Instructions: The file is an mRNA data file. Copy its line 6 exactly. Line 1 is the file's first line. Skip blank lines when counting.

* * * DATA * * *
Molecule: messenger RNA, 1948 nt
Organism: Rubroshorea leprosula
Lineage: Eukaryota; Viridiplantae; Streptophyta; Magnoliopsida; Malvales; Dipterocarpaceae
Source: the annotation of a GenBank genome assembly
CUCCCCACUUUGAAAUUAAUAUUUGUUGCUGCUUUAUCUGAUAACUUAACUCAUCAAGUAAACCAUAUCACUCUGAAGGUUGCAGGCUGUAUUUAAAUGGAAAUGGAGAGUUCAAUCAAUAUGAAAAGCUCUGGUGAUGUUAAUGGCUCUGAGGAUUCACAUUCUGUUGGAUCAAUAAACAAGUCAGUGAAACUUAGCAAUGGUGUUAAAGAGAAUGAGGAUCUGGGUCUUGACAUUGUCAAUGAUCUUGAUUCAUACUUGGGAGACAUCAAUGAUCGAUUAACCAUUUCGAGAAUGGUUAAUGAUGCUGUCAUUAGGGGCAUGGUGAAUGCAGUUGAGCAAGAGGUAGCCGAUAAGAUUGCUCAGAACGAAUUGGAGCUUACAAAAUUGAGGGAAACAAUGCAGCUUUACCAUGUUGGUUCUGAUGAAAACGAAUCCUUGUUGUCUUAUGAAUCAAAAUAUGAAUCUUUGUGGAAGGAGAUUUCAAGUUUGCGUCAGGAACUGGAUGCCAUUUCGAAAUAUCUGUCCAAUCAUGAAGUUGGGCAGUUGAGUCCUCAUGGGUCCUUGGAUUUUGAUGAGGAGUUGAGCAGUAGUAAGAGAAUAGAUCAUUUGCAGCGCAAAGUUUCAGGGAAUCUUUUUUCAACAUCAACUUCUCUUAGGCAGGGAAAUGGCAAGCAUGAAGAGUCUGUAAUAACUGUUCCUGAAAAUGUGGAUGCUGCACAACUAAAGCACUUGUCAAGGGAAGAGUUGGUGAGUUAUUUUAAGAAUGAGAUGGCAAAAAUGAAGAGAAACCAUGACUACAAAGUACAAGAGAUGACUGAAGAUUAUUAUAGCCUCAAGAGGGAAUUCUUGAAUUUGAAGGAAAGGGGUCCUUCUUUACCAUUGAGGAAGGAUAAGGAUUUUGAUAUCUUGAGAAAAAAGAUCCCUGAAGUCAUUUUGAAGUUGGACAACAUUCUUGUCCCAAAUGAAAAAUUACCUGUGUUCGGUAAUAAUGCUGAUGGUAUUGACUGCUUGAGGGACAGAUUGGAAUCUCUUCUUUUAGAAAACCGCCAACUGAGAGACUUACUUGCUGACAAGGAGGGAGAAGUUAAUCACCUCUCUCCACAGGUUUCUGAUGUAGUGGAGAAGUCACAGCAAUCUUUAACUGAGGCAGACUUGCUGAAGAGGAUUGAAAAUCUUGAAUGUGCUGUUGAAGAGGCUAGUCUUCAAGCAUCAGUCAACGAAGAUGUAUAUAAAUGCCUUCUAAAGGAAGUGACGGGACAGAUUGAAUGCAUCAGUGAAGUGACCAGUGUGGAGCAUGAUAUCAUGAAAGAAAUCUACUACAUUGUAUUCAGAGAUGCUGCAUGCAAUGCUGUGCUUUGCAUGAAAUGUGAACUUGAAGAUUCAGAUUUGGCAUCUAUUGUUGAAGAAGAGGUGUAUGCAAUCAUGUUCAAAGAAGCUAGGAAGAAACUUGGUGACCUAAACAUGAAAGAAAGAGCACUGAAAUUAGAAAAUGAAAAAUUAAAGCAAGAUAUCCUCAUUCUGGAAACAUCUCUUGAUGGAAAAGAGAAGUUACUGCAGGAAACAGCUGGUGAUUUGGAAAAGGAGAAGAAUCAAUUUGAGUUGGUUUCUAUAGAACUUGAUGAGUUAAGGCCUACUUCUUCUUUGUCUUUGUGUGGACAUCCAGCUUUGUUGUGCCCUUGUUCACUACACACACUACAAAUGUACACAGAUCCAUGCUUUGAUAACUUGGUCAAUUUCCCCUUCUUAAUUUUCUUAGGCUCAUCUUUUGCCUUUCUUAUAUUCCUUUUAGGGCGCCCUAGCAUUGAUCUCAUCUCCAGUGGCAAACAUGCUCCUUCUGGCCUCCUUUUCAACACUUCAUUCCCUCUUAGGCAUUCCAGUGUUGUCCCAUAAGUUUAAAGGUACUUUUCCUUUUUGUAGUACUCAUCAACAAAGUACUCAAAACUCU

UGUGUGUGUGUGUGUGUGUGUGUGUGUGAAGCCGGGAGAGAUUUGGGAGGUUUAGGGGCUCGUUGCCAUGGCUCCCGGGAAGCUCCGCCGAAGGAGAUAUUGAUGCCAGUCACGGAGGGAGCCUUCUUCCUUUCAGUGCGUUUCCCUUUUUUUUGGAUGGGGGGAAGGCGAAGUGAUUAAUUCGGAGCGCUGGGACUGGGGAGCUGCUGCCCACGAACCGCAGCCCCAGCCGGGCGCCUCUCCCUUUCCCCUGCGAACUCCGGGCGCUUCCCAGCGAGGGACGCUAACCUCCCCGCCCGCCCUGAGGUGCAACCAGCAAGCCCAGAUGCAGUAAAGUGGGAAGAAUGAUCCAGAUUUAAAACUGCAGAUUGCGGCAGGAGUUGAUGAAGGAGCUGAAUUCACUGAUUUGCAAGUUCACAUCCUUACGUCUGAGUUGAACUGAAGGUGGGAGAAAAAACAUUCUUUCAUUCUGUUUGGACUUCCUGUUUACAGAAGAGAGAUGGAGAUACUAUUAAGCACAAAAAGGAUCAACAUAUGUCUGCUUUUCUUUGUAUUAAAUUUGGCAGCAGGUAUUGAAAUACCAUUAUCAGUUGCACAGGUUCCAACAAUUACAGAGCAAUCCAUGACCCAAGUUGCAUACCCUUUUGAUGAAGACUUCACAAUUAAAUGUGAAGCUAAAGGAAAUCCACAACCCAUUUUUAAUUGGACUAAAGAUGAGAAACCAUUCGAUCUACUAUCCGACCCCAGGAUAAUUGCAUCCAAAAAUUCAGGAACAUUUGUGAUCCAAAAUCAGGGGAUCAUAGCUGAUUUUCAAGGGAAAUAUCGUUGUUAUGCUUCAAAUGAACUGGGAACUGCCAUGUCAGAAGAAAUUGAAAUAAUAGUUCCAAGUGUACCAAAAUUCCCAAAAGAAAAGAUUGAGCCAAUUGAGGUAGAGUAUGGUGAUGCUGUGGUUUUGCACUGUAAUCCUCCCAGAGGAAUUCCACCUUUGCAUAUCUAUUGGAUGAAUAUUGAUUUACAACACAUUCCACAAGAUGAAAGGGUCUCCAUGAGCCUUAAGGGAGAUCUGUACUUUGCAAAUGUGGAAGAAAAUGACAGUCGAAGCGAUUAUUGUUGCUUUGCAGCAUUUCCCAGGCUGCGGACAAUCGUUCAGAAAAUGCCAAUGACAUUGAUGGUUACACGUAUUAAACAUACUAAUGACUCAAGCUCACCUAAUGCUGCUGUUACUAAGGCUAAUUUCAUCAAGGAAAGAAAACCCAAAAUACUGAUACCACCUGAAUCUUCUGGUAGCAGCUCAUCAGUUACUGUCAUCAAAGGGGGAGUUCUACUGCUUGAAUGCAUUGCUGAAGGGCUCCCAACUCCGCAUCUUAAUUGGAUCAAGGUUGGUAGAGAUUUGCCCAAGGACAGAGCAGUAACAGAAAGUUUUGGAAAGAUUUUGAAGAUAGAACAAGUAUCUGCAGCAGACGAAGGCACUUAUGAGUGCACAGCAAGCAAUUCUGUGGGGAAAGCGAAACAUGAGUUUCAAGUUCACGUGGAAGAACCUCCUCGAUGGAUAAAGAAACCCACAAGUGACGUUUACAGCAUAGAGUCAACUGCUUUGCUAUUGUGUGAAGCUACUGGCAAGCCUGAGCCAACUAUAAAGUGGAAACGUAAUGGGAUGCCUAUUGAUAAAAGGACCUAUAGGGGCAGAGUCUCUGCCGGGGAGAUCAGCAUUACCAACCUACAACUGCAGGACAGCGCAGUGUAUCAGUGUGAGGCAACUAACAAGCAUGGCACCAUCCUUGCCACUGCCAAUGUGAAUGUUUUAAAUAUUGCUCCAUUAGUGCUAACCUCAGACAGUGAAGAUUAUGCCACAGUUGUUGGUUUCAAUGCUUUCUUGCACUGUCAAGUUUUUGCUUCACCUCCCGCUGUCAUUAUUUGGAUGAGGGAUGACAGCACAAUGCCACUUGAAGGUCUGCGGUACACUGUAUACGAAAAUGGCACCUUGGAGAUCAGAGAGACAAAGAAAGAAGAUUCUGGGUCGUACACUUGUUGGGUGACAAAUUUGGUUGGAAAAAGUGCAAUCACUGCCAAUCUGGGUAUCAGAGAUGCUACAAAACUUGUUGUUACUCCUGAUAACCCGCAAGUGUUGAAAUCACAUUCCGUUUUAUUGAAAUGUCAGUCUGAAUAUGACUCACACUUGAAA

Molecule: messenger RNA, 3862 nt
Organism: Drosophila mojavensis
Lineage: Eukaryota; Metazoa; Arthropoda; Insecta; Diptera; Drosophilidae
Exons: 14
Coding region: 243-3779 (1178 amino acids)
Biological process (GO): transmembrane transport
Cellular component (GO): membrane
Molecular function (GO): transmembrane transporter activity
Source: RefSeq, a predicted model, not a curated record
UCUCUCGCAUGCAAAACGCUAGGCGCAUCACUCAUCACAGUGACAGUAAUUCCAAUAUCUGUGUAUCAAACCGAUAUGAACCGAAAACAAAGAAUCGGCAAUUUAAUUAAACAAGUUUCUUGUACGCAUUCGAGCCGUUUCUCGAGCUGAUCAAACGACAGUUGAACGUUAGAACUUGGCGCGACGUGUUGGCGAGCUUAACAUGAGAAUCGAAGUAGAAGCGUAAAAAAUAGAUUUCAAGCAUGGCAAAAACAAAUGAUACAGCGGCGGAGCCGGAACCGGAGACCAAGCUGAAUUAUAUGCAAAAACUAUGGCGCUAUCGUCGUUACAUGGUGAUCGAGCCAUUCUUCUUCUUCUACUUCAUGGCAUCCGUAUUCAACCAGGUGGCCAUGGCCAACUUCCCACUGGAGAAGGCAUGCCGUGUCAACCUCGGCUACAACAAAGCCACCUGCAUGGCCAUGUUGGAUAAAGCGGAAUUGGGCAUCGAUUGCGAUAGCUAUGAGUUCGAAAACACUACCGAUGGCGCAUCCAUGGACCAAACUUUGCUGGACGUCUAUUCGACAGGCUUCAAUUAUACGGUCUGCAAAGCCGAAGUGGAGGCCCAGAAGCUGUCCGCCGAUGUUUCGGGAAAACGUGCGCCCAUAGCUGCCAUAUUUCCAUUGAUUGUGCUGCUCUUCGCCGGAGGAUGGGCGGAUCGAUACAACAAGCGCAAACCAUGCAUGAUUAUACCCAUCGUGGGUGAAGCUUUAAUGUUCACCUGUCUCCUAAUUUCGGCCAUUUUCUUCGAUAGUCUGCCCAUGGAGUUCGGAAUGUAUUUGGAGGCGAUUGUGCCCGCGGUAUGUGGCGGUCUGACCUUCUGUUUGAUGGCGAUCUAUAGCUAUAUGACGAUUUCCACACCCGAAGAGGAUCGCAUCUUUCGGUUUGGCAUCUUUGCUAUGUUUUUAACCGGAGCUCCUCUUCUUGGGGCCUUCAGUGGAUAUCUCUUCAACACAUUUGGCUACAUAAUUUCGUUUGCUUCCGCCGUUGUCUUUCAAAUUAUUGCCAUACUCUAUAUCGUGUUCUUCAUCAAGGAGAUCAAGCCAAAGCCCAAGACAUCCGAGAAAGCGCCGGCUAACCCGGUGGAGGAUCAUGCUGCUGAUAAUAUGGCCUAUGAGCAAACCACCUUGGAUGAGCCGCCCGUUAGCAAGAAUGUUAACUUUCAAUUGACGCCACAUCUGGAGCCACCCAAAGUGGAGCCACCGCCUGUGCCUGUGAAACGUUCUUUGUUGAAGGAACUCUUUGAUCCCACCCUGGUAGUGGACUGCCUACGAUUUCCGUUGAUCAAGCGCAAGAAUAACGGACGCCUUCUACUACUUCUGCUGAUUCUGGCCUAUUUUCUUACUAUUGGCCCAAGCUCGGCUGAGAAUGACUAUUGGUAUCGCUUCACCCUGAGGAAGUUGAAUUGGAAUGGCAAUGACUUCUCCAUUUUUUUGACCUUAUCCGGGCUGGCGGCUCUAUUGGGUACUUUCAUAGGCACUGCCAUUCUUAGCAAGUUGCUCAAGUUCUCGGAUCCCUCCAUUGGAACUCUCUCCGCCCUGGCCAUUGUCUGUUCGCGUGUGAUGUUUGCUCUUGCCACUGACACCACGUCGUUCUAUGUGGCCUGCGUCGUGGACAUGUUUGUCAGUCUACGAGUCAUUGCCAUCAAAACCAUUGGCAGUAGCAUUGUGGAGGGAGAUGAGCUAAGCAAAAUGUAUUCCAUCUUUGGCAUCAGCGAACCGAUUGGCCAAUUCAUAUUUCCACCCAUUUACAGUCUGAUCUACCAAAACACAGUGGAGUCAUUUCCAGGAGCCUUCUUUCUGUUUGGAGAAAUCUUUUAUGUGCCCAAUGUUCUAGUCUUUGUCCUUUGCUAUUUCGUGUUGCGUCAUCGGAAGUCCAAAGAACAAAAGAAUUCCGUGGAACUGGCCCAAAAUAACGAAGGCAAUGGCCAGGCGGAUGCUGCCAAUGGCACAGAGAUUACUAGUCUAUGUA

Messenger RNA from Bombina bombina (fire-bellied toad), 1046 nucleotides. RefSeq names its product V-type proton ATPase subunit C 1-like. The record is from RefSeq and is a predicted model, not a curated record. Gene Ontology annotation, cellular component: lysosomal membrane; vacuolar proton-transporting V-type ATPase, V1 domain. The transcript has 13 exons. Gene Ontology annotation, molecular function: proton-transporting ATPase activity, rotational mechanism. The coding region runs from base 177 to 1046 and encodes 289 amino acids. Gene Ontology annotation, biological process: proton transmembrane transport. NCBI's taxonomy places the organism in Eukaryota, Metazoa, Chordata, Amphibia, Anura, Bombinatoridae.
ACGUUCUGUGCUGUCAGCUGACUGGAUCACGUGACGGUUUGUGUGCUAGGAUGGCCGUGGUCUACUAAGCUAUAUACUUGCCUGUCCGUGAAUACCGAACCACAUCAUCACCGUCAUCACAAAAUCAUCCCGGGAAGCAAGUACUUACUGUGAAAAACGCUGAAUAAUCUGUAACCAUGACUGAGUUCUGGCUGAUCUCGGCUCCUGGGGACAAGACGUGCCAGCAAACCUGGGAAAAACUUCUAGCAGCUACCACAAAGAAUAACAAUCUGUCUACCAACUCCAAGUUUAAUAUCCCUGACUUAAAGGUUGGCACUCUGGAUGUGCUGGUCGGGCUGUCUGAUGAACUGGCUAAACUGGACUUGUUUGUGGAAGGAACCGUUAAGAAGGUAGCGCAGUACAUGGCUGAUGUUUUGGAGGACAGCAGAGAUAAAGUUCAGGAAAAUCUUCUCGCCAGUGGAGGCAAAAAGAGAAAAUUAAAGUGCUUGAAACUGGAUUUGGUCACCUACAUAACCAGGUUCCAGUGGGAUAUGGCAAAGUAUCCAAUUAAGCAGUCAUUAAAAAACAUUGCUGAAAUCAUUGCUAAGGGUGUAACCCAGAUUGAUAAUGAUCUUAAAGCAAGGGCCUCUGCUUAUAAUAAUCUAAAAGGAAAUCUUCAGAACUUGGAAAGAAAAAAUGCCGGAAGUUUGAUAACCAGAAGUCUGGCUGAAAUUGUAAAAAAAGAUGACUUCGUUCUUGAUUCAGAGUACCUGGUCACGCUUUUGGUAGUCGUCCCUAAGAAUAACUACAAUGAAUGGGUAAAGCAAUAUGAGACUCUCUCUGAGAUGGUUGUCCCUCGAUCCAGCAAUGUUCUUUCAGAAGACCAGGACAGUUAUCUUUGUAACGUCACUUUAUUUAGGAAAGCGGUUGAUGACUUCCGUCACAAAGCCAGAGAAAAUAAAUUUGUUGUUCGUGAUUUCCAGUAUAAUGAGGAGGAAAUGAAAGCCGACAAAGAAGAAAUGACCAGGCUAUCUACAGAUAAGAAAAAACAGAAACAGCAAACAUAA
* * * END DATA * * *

UGUGUGUGUGUGUGUGUGUGUGUGUGUGAAGCCGGGAGAGAUUUGGGAGGUUUAGGGGCUCGUUGCCAUGGCUCCCGGGAAGCUCCGCCGAAGGAGAUAUUGAUGCCAGUCACGGAGGGAGCCUUCUUCCUUUCAGUGCGUUUCCCUUUUUUUUGGAUGGGGGGAAGGCGAAGUGAUUAAUUCGGAGCGCUGGGACUGGGGAGCUGCUGCCCACGAACCGCAGCCCCAGCCGGGCGCCUCUCCCUUUCCCCUGCGAACUCCGGGCGCUUCCCAGCGAGGGACGCUAACCUCCCCGCCCGCCCUGAGGUGCAACCAGCAAGCCCAGAUGCAGUAAAGUGGGAAGAAUGAUCCAGAUUUAAAACUGCAGAUUGCGGCAGGAGUUGAUGAAGGAGCUGAAUUCACUGAUUUGCAAGUUCACAUCCUUACGUCUGAGUUGAACUGAAGGUGGGAGAAAAAACAUUCUUUCAUUCUGUUUGGACUUCCUGUUUACAGAAGAGAGAUGGAGAUACUAUUAAGCACAAAAAGGAUCAACAUAUGUCUGCUUUUCUUUGUAUUAAAUUUGGCAGCAGGUAUUGAAAUACCAUUAUCAGUUGCACAGGUUCCAACAAUUACAGAGCAAUCCAUGACCCAAGUUGCAUACCCUUUUGAUGAAGACUUCACAAUUAAAUGUGAAGCUAAAGGAAAUCCACAACCCAUUUUUAAUUGGACUAAAGAUGAGAAACCAUUCGAUCUACUAUCCGACCCCAGGAUAAUUGCAUCCAAAAAUUCAGGAACAUUUGUGAUCCAAAAUCAGGGGAUCAUAGCUGAUUUUCAAGGGAAAUAUCGUUGUUAUGCUUCAAAUGAACUGGGAACUGCCAUGUCAGAAGAAAUUGAAAUAAUAGUUCCAAGUGUACCAAAAUUCCCAAAAGAAAAGAUUGAGCCAAUUGAGGUAGAGUAUGGUGAUGCUGUGGUUUUGCACUGUAAUCCUCCCAGAGGAAUUCCACCUUUGCAUAUCUAUUGGAUGAAUAUUGAUUUACAACACAUUCCACAAGAUGAAAGGGUCUCCAUGAGCCUUAAGGGAGAUCUGUACUUUGCAAAUGUGGAAGAAAAUGACAGUCGAAGCGAUUAUUGUUGCUUUGCAGCAUUUCCCAGGCUGCGGACAAUCGUUCAGAAAAUGCCAAUGACAUUGAUGGUUACACGUAUUAAACAUACUAAUGACUCAAGCUCACCUAAUGCUGCUGUUACUAAGGCUAAUUUCAUCAAGGAAAGAAAACCCAAAAUACUGAUACCACCUGAAUCUUCUGGUAGCAGCUCAUCAGUUACUGUCAUCAAAGGGGGAGUUCUACUGCUUGAAUGCAUUGCUGAAGGGCUCCCAACUCCGCAUCUUAAUUGGAUCAAGGUUGGUAGAGAUUUGCCCAAGGACAGAGCAGUAACAGAAAGUUUUGGAAAGAUUUUGAAGAUAGAACAAGUAUCUGCAGCAGACGAAGGCACUUAUGAGUGCACAGCAAGCAAUUCUGUGGGGAAAGCGAAACAUGAGUUUCAAGUUCACGUGGAAGAACCUCCUCGAUGGAUAAAGAAACCCACAAGUGACGUUUACAGCAUAGAGUCAACUGCUUUGCUAUUGUGUGAAGCUACUGGCAAGCCUGAGCCAACUAUAAAGUGGAAACGUAAUGGGAUGCCUAUUGAUAAAAGGACCUAUAGGGGCAGAGUCUCUGCCGGGGAGAUCAGCAUUACCAACCUACAACUGCAGGACAGCGCAGUGUAUCAGUGUGAGGCAACUAACAAGCAUGGCACCAUCCUUGCCACUGCCAAUGUGAAUGUUUUAAAUAUUGCUCCAUUAGUGCUAACCUCAGACAGUGAAGAUUAUGCCACAGUUGUUGGUUUCAAUGCUUUCUUGCACUGUCAAGUUUUUGCUUCACCUCCCGCUGUCAUUAUUUGGAUGAGGGAUGACAGCACAAUGCCACUUGAAGGUCUGCGGUACACUGUAUACGAAAAUGGCACCUUGGAGAUCAGAGAGACAAAGAAAGAAGAUUCUGGGUCGUACACUUGUUGGGUGACAAAUUUGGUUGGAAAAAGUGCAAUCACUGCCAAUCUGGGUAUCAGAGAUGCUACAAAACUUGUUGUUACUCCUGAUAACCCGCAAGUGUUGAAAUCACAUUCCGUUUUAUUGAAAUGUCAGUCUGAAUAUGACUCACACUUGAAA